Wilderness, Fine Dining All in Harmony Riversong Lodge

Reed Travel Features

ANCHORAGE -- Sixty-five miles almost due north of here is a wilderness lodge with a difference.

The difference lies not in the fishing, the spectacular scen-ery or the wildlife-viewing opportunities it affords guests.

Most wilderness inns offer that much.

What sets the Riversong Lodge apart is the quality of its cuisine and the stature of its chef, Kirsten Dixon.

Dixon, the co-owner of the place (with husband, Carl) as well as its food preparer, has something of a storied career.

In recent years, she has been named one of the 10 best chefs in the area by Pacific Northwest magazine and one of the 10 best new chefs in the nation by Esquire magazine.

She was honored by the James Beard Foundation and was named a Culinary Legend by the House of Blues, the popular nightclub chain, for whom she prepared menus and served as a guest chef.

It is hardly surprising that people on flightseeing trips into Denali National Park often stop off at the Riversong Lodge for dinner on their way back to Anchorage.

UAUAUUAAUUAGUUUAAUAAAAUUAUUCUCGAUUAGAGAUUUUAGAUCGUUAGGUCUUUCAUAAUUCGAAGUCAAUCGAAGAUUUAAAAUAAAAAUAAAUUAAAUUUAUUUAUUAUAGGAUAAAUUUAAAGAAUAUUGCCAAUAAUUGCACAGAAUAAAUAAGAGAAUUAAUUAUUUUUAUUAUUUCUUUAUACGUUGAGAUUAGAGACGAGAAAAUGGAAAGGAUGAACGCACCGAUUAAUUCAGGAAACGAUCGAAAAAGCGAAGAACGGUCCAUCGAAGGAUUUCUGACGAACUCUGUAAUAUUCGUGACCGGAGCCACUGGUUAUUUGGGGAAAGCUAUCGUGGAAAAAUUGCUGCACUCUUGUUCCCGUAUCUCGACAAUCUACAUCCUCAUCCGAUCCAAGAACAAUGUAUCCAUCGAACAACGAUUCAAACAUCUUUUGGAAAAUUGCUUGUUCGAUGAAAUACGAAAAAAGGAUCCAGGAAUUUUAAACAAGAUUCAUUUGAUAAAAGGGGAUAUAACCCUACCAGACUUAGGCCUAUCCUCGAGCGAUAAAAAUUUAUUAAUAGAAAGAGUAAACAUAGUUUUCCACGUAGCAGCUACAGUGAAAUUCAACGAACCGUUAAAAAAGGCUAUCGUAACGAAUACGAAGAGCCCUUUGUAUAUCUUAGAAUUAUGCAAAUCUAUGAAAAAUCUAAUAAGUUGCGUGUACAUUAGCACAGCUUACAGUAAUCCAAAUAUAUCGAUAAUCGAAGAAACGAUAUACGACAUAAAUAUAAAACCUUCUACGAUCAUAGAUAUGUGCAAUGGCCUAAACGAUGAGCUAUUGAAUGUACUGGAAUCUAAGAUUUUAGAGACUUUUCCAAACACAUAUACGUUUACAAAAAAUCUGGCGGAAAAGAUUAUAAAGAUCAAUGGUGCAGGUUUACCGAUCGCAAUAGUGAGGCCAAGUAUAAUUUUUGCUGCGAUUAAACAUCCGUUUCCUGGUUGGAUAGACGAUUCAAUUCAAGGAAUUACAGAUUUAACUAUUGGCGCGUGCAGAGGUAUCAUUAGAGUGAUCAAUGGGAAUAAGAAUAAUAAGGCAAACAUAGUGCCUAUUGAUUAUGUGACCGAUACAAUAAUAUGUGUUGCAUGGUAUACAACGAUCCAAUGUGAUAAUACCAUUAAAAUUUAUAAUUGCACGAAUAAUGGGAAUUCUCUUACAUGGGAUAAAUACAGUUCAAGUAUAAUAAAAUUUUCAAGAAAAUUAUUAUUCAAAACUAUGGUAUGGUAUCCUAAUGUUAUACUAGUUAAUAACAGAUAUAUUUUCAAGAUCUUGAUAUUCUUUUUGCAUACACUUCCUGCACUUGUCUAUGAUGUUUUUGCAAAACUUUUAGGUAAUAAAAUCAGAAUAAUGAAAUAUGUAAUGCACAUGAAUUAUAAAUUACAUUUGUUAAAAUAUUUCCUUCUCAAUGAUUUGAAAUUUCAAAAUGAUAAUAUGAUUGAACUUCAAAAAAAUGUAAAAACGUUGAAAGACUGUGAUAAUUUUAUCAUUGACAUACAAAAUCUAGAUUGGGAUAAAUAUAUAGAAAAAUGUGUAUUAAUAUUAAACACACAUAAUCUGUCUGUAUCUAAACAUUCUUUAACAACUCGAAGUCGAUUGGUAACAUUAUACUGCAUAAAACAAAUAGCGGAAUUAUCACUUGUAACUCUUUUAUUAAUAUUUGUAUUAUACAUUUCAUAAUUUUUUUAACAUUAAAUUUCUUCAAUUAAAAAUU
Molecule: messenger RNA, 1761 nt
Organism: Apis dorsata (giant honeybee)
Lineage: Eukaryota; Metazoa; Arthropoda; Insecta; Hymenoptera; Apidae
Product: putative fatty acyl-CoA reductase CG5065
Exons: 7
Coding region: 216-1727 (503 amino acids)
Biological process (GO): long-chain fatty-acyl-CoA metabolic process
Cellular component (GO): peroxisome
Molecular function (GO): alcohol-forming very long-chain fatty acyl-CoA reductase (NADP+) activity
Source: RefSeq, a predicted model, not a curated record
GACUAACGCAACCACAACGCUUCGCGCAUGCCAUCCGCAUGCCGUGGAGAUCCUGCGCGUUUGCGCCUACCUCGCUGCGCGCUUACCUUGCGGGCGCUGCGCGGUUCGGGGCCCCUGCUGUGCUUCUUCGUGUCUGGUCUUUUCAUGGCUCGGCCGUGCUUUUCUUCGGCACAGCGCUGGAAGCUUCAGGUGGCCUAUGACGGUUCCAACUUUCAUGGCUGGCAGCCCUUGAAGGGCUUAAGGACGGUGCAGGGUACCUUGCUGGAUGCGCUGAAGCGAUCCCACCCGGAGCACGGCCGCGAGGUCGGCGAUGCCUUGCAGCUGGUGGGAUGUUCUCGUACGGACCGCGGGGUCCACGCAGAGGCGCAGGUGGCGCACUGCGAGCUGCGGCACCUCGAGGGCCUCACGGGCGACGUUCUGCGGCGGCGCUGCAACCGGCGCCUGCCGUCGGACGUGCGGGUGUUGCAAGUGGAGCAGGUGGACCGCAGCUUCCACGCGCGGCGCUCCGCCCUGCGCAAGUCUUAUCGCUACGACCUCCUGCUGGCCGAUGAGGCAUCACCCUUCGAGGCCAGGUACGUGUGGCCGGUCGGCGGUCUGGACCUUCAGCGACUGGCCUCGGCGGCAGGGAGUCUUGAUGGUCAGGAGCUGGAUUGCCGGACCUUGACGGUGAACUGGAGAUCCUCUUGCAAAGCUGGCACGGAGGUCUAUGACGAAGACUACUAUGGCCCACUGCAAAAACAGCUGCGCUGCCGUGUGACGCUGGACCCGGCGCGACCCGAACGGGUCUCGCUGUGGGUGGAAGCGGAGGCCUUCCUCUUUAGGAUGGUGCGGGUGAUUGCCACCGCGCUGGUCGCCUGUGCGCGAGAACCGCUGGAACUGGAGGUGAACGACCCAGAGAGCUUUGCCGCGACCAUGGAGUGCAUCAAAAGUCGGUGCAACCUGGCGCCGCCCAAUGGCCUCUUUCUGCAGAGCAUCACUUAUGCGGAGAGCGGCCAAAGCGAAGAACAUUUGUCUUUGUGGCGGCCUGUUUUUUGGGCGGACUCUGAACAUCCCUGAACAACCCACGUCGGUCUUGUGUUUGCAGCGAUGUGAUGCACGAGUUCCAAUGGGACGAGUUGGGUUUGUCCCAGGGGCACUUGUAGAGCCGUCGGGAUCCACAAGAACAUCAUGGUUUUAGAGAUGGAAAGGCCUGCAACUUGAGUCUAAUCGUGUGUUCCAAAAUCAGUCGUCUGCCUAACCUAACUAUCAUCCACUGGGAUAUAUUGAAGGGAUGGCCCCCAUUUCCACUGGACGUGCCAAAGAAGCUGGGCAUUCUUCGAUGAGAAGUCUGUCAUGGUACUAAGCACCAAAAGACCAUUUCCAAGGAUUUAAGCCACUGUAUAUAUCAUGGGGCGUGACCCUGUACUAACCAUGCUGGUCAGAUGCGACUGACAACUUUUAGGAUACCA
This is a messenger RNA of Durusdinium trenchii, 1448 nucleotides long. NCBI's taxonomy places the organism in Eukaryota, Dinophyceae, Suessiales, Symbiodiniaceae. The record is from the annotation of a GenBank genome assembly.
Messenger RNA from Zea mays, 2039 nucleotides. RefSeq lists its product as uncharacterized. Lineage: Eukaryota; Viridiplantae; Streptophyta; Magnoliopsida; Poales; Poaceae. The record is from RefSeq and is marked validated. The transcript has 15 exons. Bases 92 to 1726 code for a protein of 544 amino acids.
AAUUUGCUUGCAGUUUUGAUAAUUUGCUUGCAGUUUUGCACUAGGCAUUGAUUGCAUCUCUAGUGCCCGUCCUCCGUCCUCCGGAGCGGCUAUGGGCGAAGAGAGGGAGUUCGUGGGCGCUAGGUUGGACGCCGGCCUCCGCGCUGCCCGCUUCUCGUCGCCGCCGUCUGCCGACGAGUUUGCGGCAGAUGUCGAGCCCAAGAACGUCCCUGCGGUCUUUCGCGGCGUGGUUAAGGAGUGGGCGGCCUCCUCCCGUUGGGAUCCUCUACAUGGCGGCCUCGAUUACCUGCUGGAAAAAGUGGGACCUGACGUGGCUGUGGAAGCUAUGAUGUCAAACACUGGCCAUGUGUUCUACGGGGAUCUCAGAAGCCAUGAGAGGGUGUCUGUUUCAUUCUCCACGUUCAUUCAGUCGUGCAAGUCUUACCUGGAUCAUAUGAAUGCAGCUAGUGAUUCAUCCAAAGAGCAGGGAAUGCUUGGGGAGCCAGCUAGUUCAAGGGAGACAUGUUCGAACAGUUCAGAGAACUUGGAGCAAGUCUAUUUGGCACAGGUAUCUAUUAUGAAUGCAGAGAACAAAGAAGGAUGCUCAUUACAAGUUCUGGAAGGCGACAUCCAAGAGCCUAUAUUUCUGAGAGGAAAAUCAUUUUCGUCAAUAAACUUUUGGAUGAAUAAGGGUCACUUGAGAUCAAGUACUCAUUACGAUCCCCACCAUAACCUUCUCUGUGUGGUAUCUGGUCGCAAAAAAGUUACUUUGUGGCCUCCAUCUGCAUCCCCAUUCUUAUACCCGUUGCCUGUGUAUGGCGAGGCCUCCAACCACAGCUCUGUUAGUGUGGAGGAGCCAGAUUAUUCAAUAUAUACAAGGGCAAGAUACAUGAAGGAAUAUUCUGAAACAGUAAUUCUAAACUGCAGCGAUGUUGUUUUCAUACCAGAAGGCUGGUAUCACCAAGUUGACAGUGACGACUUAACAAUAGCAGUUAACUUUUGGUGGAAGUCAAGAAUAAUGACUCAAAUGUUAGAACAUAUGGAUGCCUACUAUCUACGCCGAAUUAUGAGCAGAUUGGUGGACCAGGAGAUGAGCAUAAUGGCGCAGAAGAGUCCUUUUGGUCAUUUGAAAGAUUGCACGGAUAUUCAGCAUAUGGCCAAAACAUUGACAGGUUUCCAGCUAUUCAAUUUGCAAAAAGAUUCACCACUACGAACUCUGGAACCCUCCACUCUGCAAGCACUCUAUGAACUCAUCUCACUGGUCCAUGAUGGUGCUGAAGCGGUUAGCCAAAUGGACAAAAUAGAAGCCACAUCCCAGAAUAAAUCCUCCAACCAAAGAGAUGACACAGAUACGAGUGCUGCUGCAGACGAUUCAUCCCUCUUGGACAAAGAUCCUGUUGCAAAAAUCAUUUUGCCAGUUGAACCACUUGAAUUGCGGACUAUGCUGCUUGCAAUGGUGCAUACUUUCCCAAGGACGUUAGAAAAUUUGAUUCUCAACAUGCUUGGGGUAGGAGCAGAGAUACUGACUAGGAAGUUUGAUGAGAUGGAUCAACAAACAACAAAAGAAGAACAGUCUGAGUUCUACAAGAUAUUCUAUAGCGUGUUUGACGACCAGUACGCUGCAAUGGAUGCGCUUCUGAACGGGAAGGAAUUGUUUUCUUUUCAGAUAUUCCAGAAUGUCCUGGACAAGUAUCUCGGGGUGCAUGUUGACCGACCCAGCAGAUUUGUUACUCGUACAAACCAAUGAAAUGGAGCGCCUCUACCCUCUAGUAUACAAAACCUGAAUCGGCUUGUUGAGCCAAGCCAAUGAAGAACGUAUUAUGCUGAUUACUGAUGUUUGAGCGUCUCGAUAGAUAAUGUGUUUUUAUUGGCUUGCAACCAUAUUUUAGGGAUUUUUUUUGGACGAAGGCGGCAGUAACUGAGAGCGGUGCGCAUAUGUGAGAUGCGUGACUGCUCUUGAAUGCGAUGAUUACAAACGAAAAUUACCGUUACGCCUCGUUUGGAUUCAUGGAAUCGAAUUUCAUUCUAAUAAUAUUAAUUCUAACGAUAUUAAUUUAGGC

The rustic facility can be reached only by float plane; there are no roads around.

It sits on the Yentna River, near Finger Lake at the mile-194 checkpoint of the annual 1,100-mile Iditarod dogsled race.

On the afternoon of March 3, guests at the lodge can expect to see the first of the Iditarod mushers pass through the checkpoint; the race starts in downtown Anchorage on March 1.

A winter weekend package (Friday to Sunday), including air from Anchorage, all meals and accommodations, costs $485 per person.

A two-day package that features all of the above plus unlimited use of the lodge's winter equipment, including snowmobiles, costs $750 per person.

Winter packages of up to seven days in length are available into April.

Prices rise by $250 per day from the two-day price.

In the summertime, fishing becomes the activity of choice at Riversong.

The icy waters of the Yentna and the many other streams and rivers of the upper Susitna Valley are the ideal environment for a number of species of fish.

King salmon run from late May until early July and sockeye from mid-June to the end of July.

Pink salmon can be found in July and August. Chum salmon have one of the longest seasons, from early July into September, and silver salmon are found in the area from about the last week of July until the early part of September.

Arctic grayling, northern pike and rainbow trout can be taken year-round, the trout on a catch-and-release basis only.

For price details and brochures or to make reservations, contact the lodge's marketing office at 2463 Cottonwood St., Anchorage 99508, or call (907) 274-2710; fax (907) 277-6256.

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